The building’s namesake, however, didn’t come along until 1942. Frank D. McKay purchased the building and cemented his name to the legacy, both literally and figuratively. Two more mechanical floors were added in the 1940s.

Today, the former banking lobby has been converted into an event space, the McKay Ballroom. Pieces of the original grandeur remain intact, including granite surfaces and the beveled columns that tower two stories high.

The Forties: 1949 –  Herpolsheimer’s Department Store, 1 Monroe West

Originally constructed as Herpolsheimer’s Department Store, the building at 1 Monroe Center is now home to the Grand Rapids Police Department. Photo by Pamela VanderPloeg.

The war had ended. Soldiers were returning home. A new breath of optimism was surging through American streets and Grand Rapids was no exception. In the spirit of a fresh start, a popular downtown department store, Herpolsheimer’s, constructed a building to reflect this new era.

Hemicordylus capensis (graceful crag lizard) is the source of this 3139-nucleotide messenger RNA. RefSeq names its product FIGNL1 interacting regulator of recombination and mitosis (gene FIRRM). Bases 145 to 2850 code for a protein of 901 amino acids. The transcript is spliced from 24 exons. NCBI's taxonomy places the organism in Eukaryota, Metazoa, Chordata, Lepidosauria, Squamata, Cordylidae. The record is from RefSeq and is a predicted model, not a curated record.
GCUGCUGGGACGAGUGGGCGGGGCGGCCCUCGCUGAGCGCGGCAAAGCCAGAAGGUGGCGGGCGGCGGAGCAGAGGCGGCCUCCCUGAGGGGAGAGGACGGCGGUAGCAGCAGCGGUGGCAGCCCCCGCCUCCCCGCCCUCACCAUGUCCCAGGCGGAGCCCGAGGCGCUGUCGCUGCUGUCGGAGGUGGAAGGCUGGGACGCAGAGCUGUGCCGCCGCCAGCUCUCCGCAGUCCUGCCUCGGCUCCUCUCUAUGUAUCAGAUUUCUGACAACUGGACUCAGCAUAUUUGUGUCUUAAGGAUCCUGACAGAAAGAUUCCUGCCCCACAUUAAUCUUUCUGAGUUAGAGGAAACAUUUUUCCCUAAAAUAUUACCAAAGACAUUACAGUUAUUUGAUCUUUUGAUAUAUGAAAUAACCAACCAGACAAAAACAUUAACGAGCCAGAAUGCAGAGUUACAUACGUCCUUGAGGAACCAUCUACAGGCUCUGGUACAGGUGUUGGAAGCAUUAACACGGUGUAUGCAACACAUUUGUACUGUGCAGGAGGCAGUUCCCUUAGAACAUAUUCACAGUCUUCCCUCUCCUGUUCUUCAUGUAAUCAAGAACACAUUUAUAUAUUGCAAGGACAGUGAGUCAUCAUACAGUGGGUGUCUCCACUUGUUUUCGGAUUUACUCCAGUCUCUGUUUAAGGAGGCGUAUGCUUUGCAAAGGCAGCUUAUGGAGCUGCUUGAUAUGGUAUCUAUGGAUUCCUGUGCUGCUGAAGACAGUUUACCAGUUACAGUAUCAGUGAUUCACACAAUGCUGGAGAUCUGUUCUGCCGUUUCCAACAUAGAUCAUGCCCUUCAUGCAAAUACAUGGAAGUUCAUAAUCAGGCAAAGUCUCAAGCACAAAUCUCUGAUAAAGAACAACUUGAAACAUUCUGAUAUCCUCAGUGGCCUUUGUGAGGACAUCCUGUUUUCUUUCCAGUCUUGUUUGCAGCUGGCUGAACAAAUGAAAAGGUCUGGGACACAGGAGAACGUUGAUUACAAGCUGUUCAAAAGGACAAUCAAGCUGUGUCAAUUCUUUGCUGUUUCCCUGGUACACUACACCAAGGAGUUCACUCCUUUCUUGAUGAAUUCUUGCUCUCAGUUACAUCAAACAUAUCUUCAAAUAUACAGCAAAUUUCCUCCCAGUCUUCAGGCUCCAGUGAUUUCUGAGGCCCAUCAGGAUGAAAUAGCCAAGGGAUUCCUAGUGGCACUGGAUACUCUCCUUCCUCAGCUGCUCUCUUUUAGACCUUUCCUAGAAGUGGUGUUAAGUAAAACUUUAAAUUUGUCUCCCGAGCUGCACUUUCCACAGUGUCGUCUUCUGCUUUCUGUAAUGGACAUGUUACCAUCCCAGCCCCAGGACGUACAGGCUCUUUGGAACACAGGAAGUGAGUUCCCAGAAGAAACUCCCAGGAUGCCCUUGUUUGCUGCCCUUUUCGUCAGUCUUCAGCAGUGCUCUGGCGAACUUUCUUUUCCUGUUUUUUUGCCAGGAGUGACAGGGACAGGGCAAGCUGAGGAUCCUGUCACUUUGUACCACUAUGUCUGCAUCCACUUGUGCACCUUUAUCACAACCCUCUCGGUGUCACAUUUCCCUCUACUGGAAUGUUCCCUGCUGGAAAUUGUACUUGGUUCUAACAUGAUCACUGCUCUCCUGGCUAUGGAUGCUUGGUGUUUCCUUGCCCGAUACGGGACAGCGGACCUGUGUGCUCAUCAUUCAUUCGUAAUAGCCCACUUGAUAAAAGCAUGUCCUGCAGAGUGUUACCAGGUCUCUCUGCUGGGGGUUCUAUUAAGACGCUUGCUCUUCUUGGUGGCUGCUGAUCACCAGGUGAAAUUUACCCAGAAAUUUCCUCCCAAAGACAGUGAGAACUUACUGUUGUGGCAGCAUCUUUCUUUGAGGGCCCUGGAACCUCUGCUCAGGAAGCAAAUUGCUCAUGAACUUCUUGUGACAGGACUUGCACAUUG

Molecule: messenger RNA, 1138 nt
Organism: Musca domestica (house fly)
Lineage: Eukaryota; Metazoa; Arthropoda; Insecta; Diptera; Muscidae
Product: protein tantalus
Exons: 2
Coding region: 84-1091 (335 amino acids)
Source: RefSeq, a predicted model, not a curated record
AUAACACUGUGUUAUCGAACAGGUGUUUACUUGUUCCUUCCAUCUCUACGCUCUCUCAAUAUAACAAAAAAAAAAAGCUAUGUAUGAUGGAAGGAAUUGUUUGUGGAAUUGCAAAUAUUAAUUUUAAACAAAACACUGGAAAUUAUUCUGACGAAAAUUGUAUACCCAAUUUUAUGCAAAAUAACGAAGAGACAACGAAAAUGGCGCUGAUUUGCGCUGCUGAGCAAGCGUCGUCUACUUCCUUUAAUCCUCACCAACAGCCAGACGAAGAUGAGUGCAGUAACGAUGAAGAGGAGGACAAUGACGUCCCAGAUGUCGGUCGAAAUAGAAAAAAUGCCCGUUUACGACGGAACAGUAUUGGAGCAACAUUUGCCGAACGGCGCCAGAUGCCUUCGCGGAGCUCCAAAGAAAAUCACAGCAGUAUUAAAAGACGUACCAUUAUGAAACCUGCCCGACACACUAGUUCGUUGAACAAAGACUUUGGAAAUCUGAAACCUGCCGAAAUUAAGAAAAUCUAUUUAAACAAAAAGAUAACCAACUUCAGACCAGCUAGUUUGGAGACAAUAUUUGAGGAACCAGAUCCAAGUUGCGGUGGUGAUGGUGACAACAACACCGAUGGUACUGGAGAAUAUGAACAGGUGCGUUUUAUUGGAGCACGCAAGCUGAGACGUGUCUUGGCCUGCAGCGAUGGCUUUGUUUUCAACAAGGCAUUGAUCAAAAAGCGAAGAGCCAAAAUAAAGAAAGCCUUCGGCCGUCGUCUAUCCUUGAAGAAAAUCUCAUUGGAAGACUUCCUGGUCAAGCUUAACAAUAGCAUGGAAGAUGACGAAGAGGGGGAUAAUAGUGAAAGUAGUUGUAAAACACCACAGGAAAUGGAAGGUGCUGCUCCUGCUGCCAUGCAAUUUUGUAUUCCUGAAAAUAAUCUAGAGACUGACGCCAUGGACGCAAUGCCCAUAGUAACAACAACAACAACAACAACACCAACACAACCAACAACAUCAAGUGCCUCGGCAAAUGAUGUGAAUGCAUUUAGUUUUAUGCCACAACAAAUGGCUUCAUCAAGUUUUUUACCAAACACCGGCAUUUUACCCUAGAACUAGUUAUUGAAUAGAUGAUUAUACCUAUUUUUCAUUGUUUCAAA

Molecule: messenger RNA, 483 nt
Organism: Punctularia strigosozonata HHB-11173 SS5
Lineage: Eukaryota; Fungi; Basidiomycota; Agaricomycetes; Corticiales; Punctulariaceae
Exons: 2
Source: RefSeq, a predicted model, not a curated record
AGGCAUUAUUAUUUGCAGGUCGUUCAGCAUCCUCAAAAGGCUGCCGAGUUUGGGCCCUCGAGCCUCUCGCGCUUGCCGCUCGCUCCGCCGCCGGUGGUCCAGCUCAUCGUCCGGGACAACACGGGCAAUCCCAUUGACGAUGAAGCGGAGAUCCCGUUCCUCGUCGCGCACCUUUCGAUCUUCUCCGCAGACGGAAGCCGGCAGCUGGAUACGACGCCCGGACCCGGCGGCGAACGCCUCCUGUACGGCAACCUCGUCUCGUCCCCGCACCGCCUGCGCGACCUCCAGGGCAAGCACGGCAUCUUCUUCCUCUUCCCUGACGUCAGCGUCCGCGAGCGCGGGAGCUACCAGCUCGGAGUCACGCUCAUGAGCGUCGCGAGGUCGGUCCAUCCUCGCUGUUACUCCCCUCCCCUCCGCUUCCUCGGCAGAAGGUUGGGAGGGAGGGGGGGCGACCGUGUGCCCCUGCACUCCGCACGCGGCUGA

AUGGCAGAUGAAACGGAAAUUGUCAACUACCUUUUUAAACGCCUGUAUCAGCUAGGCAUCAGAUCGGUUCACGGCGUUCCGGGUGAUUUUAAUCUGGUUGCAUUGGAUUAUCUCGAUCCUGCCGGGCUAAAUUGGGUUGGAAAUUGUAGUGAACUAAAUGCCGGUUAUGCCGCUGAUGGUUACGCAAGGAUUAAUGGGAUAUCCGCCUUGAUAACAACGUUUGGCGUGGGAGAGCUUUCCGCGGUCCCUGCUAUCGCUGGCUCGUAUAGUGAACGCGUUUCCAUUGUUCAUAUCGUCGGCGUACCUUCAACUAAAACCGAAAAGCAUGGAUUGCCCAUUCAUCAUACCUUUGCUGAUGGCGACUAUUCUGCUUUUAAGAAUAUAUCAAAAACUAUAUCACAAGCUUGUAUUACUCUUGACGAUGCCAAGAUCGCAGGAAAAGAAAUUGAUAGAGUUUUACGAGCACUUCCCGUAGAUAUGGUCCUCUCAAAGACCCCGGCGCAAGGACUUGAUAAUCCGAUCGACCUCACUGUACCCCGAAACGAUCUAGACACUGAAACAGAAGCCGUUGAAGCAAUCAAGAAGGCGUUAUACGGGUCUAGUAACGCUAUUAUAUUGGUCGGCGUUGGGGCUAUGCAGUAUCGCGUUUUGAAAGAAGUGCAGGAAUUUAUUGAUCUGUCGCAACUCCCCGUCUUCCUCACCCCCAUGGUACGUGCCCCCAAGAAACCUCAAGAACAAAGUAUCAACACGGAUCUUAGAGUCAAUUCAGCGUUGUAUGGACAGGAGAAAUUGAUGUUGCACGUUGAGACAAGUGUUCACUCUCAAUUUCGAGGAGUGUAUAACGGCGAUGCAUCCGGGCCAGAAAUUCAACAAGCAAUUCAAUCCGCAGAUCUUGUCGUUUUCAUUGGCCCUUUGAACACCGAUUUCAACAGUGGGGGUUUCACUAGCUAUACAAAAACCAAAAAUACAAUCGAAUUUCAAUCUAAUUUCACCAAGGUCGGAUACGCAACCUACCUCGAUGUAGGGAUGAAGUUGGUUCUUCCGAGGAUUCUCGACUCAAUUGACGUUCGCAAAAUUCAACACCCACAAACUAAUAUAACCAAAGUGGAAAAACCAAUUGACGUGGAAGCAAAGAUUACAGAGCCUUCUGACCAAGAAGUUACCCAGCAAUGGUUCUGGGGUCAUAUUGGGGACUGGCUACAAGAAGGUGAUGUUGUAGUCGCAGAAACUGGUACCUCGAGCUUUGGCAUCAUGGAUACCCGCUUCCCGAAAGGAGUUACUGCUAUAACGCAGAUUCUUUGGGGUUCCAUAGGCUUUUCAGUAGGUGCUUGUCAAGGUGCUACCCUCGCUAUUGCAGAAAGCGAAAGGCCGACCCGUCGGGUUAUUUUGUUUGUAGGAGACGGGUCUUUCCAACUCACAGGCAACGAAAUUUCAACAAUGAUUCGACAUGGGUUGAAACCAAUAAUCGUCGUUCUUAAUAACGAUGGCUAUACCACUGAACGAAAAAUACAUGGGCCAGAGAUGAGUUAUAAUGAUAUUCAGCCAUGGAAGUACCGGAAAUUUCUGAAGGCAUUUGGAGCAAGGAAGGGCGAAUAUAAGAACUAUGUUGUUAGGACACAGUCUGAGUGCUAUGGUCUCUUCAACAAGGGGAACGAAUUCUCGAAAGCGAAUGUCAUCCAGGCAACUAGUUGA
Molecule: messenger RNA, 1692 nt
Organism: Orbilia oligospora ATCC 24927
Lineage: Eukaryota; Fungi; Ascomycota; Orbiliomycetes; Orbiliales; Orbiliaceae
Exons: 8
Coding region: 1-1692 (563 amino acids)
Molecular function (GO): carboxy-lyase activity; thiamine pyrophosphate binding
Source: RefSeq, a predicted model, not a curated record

“It was an extraordinary building that heralded the end of World War 2 and the beginning of a new economic boom,” said Pamela VanderPloeg, local architectural historian and author. Designed by Boston-based architects Perry, Shaw and Hepburn, the store’s main display window stretched three stories high, boasting the status of tallest in the nation. The wildly modern exterior was reported by the Grand Rapids Press to have used enough cement to pave eight highway miles.

“It was a classic combination of Mid-Century Modern with a little bit of international style,” said Bob Daverman of Daverman Architecture. “It was more like the Mid-Century Modern of Palm Springs and Hollywood. It had storefront windows that were like the ones you would see in Chicago.”

The basement of Herpolsheimer’s was home to Santa’s Express Monorail, which inspired “The Polar Express,” a children’s book by Grand Rapids native Chris Van Allsberg.

The downtown department store closed in 1990, and by 2001 the renovated space became the Grand Rapids Police Station.

The Sixties: 1969 – Grand Rapids’ City-County Building, 300 Monroe Avenue

The Grand Rapids City Hall and Calder Plaza is located at 300 Monore Ave. Photo by Pamela VanderPloeg.